Mortgage lending to hit 14-year low, MBA says

By Dow Jones Newswires
Posted Jan. 26 at 11:33 a.m.

U.S. mortgage lending is projected to sink 36 percent this year to the lowest level since 1997, a trade group said Wednesday.

The Mortgage Bankers Association forecast new loans will fall to $966 billion in 2011 from $1.5 trillion this year.
MBA said the drop is mostly due to high unemployment and borrowers’ diminished credit coming out of the recession, with  concerns about loan buy-backs also having an effect.

MBA Chief Economist Jay Brinkmann said lenders are not willing to take on the risk that they’re going to have to re-purchase loans.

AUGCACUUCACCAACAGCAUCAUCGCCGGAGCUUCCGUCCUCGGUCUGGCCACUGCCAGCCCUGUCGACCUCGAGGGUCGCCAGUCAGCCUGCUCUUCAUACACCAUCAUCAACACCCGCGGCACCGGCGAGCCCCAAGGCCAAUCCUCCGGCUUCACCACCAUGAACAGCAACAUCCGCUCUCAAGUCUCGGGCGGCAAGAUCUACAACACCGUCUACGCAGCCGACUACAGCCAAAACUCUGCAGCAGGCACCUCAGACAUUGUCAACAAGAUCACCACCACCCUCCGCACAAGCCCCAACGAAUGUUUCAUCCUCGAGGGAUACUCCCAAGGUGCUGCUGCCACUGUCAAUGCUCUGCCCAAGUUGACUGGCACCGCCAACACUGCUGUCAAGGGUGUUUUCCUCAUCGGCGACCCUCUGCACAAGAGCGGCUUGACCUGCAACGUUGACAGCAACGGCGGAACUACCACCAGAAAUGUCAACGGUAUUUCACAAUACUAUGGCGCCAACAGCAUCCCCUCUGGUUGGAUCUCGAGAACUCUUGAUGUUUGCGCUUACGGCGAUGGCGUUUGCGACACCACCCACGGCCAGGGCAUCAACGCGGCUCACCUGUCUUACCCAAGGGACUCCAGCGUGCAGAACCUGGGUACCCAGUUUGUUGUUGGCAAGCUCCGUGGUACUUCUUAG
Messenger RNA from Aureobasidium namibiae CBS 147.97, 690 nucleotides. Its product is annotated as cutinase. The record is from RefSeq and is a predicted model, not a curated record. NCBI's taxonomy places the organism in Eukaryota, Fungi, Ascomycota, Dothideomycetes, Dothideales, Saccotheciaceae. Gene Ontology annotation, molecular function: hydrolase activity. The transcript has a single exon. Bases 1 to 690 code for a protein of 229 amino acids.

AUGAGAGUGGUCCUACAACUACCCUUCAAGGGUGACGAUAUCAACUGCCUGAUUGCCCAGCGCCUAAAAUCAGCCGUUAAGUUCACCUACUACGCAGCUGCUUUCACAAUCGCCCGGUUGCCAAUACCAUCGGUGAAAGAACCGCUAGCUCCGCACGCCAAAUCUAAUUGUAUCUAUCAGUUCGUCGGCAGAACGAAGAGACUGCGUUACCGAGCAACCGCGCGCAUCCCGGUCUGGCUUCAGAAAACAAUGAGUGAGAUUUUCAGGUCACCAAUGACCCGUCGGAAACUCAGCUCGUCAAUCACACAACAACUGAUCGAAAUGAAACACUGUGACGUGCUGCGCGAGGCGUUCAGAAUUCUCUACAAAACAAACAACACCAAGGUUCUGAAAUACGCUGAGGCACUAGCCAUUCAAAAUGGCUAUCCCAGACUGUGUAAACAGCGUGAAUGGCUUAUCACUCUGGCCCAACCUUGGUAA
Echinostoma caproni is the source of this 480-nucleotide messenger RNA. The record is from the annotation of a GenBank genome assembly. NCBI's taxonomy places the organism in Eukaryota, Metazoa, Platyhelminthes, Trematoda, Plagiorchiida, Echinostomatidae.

Insurers and private buyers of bank mortgages have been pushing banks to repurchase some loans they say don’t meet underwriting standards. Earlier this month, Bank of America agreed to buy back almost $3 billion of bad mortgages, but there are billions of dollars in buy-back requests for Bank of America alone.

MBA predicted that existing-home sales would fall 0.9 percent in 2011, to 4.8 million, and new home sales would rise 10 percent, to 351,000 homes.

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One comment:

  1. jack (me) Jan. 26 at 11:41 a.m.

    Also, I’m sure that anyone who could have refinanced already has done so, and will not again, given all the wringers the mortgage companies put them through.